You can also level your Sparks up which increases their effectiveness. This is partially gated by level progress, you can’t just max out a Spark at the start, but generally, every 5 levels you gain, you can level a spark up, if you so wish, to a max level of 5. This increases their active ability by 10% and their damage reduction passive by 5%. You can level Sparks up by either using Star Bits, which you collect from defeating enemies, or by a Star Potion which you occasionally can find in the game world or you can buy from a vendor.

Along with leveling up your Sparks, your units level up as well. Wisely, they made this a team-based thing, so once you gain a level, your whole team gains a level, just not the units that you might use all the time. Leveling up increases your health a bit but the main thing it does is give you a skill prism (skill point) to use in the tech trees. Each character has their own skill trees but they basically fall under four branches, from left to right: health, movement, weapon and technique. There is a fifth tree you can unlock later on called “Spark”, but it’s fairly tricky to do. Each tree has different abilities to increase the core branch.

Mario is a good example, I wanted to power the hell out of his Hero Sight (Overwatch) technique. He has four slots in that school, one to increase the damage of the ability, one to decrease the turn limit on it, one to grant additional charges for it per turn, and finally one slot to regenerate a charge in a turn if an enemy is defeated by the ability to trigger. Now, not each skill corresponds to a skill prism, the “regenerate a charge” skill requires for skill prisms to unlock. You can refund your skill prisms at any time though or completely reset all the skill trees. This gives you more chances for experimentation and to find out what best suits your own individual play style.

Most battles in the game break down into a few general archetypes. Usually it’s stuff like “Kill all the enemies”, “Kill a certain number of enemies”, “Survive X amount of turns”, or “Get to a certain place on the map”. A lot of this is pretty simple but there is just enough variety to keep you occupied and it never gets overwhelming. Occasionally though, there are more specialized and interesting levels that you have to do. One boss fight is pretty memorable since it jumps up, smashes down and runs at you whenever you attack it. There were four barrel sections on this circular map and the main goal is to draw the boss to the barrel sections, attack it when it’s over a barrel, have it smash down on said barrel, which then does massive damage to itself. Or another level had you needing to escort a Bob-omb along a gusty path, activating certain wind switches along the way, eventually having it blow up a Darkmess enemy which completes the level.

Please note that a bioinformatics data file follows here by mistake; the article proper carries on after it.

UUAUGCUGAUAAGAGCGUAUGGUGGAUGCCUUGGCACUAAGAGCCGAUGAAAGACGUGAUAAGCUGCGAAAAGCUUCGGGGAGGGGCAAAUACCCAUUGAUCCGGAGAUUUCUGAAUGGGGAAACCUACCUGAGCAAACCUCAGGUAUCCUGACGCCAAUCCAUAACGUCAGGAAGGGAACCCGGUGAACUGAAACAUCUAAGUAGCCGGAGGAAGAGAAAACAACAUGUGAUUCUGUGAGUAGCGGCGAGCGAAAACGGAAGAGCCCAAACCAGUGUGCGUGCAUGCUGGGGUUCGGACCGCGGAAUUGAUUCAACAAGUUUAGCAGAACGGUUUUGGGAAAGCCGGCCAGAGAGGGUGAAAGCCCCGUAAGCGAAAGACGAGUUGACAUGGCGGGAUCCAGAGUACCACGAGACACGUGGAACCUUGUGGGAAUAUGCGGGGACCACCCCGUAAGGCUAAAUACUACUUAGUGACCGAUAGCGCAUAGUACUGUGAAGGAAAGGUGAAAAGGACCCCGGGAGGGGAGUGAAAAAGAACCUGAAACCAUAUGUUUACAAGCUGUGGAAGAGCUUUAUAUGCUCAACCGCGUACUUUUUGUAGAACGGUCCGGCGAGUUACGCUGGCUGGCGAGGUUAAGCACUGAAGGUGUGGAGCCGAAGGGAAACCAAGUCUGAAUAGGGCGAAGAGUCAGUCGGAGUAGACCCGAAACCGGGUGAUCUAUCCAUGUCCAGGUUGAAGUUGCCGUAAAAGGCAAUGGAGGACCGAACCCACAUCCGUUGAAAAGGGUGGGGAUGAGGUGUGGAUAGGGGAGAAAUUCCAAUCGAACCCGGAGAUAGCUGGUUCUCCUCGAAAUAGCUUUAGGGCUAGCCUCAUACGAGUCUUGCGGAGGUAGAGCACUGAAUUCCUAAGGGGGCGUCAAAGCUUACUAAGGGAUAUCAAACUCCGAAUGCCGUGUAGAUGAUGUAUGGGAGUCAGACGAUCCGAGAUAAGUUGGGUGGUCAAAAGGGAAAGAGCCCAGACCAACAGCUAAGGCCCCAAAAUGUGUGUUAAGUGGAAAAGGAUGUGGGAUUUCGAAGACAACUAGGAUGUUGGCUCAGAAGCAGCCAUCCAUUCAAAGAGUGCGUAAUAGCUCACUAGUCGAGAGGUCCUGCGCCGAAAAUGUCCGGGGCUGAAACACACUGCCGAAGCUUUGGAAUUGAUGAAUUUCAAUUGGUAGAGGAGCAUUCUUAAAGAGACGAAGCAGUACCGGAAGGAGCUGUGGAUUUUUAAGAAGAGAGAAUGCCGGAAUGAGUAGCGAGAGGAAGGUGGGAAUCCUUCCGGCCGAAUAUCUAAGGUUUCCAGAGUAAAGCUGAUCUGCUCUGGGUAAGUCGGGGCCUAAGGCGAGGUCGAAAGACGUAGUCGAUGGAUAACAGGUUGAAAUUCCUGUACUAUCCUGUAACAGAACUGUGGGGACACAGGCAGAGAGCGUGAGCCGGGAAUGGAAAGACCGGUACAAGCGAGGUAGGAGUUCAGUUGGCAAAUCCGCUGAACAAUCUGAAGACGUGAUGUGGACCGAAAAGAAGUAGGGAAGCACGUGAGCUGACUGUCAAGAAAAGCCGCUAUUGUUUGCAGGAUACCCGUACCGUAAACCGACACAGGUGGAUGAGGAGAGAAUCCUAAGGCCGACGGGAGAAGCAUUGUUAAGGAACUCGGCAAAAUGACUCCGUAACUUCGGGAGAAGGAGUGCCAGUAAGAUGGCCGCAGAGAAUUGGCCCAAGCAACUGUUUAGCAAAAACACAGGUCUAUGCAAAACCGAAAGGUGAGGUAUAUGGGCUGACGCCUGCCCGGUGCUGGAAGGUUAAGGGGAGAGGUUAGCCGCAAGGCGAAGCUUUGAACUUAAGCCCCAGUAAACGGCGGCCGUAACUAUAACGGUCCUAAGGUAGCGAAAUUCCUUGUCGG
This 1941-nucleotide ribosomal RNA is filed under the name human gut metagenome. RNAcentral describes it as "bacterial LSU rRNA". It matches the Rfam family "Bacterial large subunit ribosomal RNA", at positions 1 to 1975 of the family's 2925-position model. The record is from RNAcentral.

Outside of the many battles you’ll partake in are the hub worlds. There are five that’ll explore from Terra Flora to Barrendale Mesa. The first four basically break down into Summer, Winter, Fall and Spring worlds. The last one is a nighttime desert/mechanized area. Each planet has many things for you to do aside from just beating up enemies. There are small riddles for you to solve, fish to collect, red coins to pick up, other NPC’s to do side quests for, etc. If you want to mainline the main quest of the game, it’ll take you about 15-20 hours but doing the side content could easily double that.

However, that is where one of my small issues with this game comes into play. Some of this hub worlds stuff feels a bit half baked. Like, Mario can’t jump during these sections at all and playing a 3D Mario game where you can’t even jump, just feels weird. Pushing/pulling blocks is also pretty bad. I legitimately had to look up a guide on the first world to figure out how to make it pass a simple block puzzle, I had to clear a path of water around a few blocks. I knew what the game wanted me to do, but pulling at one block couldn’t get it to move correctly. After watching a video on it, I saw that the block could move further left, by about a centimeter, more than the game let on, and once I did that, I was able to solve it. I would consider that a problem with the puzzle implementation rather than my understanding of it, I could see what I needed to do but the game didn’t quite let on how to accomplish this.

Another odd issue with Rabbids 2 is the AI of the enemies. I noticed that the longer I would play the game in a session the dumber the AI got and the worst the game would start to perform. It was almost like there was a small memory leak in the game and if you ran it for more than 5 hours at a time, it would just be a roll of the dice on how it would perform. There were a few levels in these long play sessions where enemies would forget to activate. This happened a few time in “Survive” stages, where you just have to let the turn count run down, but some enemies would be aggressive in hunting me down and trying to attack me while other enemies…didn’t do anything. Believe me, it made it real easy to complete some of these stages, since I could kind of bust the AI occasionally. Or, like, during one very long session, I hit the map button almost by accident and it took about a full minute to get into the map, when normally it only takes about 10 seconds. I was praying the game didn’t crash on me when it eventually showed up but it let me know I had to restart the game and then it went back to normal.

The actual biggest problem I had with Rabbids 2 though is with the UI. Frankly, it’s not very good. It’s functional enough but a lot of stuff feels like it takes an extra step in order to do simple things. Like the skill trees, each character has one but there’s no easy way to swap between them. What ZL/ZR or L/R should do is swap between characters, go from Mario to Luigi to Peach, etc. Instead, these buttons swap between pages on the menu. To go between characters, you have to back out of one characters skill tree, select the character you want, then go into that one. Or the Spark menu can be a bit of a mess once you get more than a dozen of them. You should also be able to save sets of Sparks with characters, so you can just easily assign a set to a character, if they are required in a certain battle. Obviously, in the grand scheme of the game, this is pretty minor but it’s one of the few things that stuck out to me.

One last thing, this isn’t a “problem”, but something I’d like to mention. I do kind of wish the game had a rewind system for battles. Not something that you could abuse but there were occasional battles where I would hit the wrong button by accident or would do something dumb. It would have been nice if every match permitted you like two “do-overs” to rewind and start the turn, or better yet, make it a consumable item you buy in the store, so you don’t have to rely on it too much.

The final score: review Amazing
The 411
Even if it has the smallest of issues, Mario + Rabbids Sparks of Hope is a fantastic strategy game to play. The levels are varied, the units are distinct, it’s colorful and charming and it remains an approachable challenge throughout its length. It might be a bit on the long side but if you really get into the game you will be rewarded for your efforts.